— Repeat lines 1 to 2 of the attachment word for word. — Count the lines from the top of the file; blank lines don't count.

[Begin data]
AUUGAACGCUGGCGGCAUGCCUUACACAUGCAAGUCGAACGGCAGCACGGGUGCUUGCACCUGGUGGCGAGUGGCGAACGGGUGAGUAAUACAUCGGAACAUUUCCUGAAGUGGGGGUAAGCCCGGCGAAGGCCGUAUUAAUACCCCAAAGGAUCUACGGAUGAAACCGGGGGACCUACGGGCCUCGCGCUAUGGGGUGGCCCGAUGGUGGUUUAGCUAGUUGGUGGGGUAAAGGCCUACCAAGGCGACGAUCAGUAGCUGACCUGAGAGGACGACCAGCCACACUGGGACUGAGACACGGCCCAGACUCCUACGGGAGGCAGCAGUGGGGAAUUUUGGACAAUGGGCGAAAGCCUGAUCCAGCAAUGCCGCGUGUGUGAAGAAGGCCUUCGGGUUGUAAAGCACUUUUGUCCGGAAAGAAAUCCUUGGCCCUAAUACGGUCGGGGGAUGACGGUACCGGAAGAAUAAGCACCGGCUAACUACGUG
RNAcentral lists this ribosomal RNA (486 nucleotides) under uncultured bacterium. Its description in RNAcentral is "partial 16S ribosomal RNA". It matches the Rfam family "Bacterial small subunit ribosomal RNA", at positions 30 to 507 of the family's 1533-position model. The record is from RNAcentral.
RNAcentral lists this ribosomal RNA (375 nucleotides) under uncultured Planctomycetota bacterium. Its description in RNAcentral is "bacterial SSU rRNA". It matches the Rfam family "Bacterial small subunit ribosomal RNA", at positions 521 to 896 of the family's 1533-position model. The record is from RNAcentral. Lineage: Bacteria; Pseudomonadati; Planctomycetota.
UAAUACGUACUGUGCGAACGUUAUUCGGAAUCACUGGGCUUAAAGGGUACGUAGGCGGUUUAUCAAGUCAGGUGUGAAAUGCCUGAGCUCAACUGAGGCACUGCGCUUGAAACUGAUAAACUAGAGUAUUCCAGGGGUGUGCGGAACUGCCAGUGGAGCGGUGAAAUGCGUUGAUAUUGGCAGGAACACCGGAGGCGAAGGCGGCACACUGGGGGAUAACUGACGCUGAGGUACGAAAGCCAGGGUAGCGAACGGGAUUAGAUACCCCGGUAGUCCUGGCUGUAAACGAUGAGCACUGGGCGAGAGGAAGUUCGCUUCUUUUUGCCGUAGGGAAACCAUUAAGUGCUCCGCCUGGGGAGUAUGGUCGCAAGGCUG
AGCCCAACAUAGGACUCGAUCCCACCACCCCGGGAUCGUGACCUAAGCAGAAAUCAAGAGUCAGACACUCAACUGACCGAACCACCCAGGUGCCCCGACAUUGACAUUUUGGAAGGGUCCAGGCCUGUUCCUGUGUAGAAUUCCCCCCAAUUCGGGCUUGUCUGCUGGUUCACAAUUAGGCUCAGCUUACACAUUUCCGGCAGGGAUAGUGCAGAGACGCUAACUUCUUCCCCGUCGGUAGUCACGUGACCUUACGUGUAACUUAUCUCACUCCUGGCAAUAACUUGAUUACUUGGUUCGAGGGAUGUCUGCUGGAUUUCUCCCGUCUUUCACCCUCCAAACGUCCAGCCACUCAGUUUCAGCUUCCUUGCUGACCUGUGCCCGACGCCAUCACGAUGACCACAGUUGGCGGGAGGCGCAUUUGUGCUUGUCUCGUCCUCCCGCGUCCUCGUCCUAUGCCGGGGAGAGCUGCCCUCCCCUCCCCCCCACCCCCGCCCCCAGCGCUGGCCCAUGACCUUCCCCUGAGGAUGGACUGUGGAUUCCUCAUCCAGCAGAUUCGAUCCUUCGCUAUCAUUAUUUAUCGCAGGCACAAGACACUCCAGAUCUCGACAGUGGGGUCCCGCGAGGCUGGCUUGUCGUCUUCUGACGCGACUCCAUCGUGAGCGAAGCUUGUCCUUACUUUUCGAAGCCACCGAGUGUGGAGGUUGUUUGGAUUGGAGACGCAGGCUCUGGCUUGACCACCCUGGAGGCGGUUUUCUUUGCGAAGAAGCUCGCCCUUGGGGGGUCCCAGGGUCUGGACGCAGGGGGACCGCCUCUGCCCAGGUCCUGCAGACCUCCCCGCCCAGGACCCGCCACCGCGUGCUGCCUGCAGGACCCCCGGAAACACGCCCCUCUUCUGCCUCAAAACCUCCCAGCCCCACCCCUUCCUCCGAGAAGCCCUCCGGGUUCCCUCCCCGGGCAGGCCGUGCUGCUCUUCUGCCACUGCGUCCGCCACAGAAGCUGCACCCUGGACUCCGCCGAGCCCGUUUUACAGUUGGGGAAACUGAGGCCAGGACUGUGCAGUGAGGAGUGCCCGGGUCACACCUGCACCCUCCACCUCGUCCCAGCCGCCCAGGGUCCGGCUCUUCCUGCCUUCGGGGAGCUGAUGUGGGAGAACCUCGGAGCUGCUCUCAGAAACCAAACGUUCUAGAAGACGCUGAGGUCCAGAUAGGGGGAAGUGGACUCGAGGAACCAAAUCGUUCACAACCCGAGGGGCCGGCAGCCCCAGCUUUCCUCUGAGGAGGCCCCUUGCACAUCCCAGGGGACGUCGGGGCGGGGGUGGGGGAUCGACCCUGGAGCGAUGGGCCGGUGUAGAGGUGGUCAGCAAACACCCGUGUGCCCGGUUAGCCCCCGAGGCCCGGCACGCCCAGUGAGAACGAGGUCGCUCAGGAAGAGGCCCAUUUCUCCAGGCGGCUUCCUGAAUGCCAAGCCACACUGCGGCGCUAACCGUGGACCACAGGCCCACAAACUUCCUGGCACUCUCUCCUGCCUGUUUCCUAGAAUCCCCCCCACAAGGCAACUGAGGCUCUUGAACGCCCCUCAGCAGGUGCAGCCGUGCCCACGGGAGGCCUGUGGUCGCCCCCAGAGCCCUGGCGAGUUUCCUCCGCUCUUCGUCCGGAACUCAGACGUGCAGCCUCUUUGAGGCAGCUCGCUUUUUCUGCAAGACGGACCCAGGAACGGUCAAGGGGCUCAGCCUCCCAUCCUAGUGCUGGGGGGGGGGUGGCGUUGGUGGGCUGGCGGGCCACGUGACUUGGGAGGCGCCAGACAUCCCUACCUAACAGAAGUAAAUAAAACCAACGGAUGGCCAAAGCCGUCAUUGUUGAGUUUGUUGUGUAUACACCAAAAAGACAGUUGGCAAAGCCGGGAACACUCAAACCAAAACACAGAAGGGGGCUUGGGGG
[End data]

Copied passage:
AUUGAACGCUGGCGGCAUGCCUUACACAUGCAAGUCGAACGGCAGCACGGGUGCUUGCACCUGGUGGCGAGUGGCGAACGGGUGAGUAAUACAUCGGAACAUUUCCUGAAGUGGGGGUAAGCCCGGCGAAGGCCGUAUUAAUACCCCAAAGGAUCUACGGAUGAAACCGGGGGACCUACGGGCCUCGCGCUAUGGGGUGGCCCGAUGGUGGUUUAGCUAGUUGGUGGGGUAAAGGCCUACCAAGGCGACGAUCAGUAGCUGACCUGAGAGGACGACCAGCCACACUGGGACUGAGACACGGCCCAGACUCCUACGGGAGGCAGCAGUGGGGAAUUUUGGACAAUGGGCGAAAGCCUGAUCCAGCAAUGCCGCGUGUGUGAAGAAGGCCUUCGGGUUGUAAAGCACUUUUGUCCGGAAAGAAAUCCUUGGCCCUAAUACGGUCGGGGGAUGACGGUACCGGAAGAAUAAGCACCGGCUAACUACGUG
RNAcentral lists this ribosomal RNA (486 nucleotides) under uncultured bacterium. Its description in RNAcentral is "partial 16S ribosomal RNA". It matches the Rfam family "Bacterial small subunit ribosomal RNA", at positions 30 to 507 of the family's 1533-position model. The record is from RNAcentral.